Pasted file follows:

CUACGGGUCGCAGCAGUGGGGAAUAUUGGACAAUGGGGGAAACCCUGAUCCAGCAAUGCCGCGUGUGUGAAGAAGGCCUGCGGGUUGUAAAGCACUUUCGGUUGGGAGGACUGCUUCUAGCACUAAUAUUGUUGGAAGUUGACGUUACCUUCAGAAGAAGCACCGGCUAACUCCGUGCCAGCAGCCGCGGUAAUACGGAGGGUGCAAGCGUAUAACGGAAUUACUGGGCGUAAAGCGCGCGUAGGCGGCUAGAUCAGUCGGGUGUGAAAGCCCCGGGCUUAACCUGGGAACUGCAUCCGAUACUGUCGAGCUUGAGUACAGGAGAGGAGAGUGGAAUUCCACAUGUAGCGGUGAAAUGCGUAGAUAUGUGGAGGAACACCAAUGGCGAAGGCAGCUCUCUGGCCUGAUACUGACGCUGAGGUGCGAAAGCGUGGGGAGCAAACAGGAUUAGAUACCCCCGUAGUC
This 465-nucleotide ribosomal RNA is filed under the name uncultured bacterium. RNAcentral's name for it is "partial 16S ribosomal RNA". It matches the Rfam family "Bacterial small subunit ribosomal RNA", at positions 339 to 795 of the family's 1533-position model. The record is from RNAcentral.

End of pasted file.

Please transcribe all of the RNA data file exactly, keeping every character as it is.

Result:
CUACGGGUCGCAGCAGUGGGGAAUAUUGGACAAUGGGGGAAACCCUGAUCCAGCAAUGCCGCGUGUGUGAAGAAGGCCUGCGGGUUGUAAAGCACUUUCGGUUGGGAGGACUGCUUCUAGCACUAAUAUUGUUGGAAGUUGACGUUACCUUCAGAAGAAGCACCGGCUAACUCCGUGCCAGCAGCCGCGGUAAUACGGAGGGUGCAAGCGUAUAACGGAAUUACUGGGCGUAAAGCGCGCGUAGGCGGCUAGAUCAGUCGGGUGUGAAAGCCCCGGGCUUAACCUGGGAACUGCAUCCGAUACUGUCGAGCUUGAGUACAGGAGAGGAGAGUGGAAUUCCACAUGUAGCGGUGAAAUGCGUAGAUAUGUGGAGGAACACCAAUGGCGAAGGCAGCUCUCUGGCCUGAUACUGACGCUGAGGUGCGAAAGCGUGGGGAGCAAACAGGAUUAGAUACCCCCGUAGUC
This 465-nucleotide ribosomal RNA is filed under the name uncultured bacterium. RNAcentral's name for it is "partial 16S ribosomal RNA". It matches the Rfam family "Bacterial small subunit ribosomal RNA", at positions 339 to 795 of the family's 1533-position model. The record is from RNAcentral.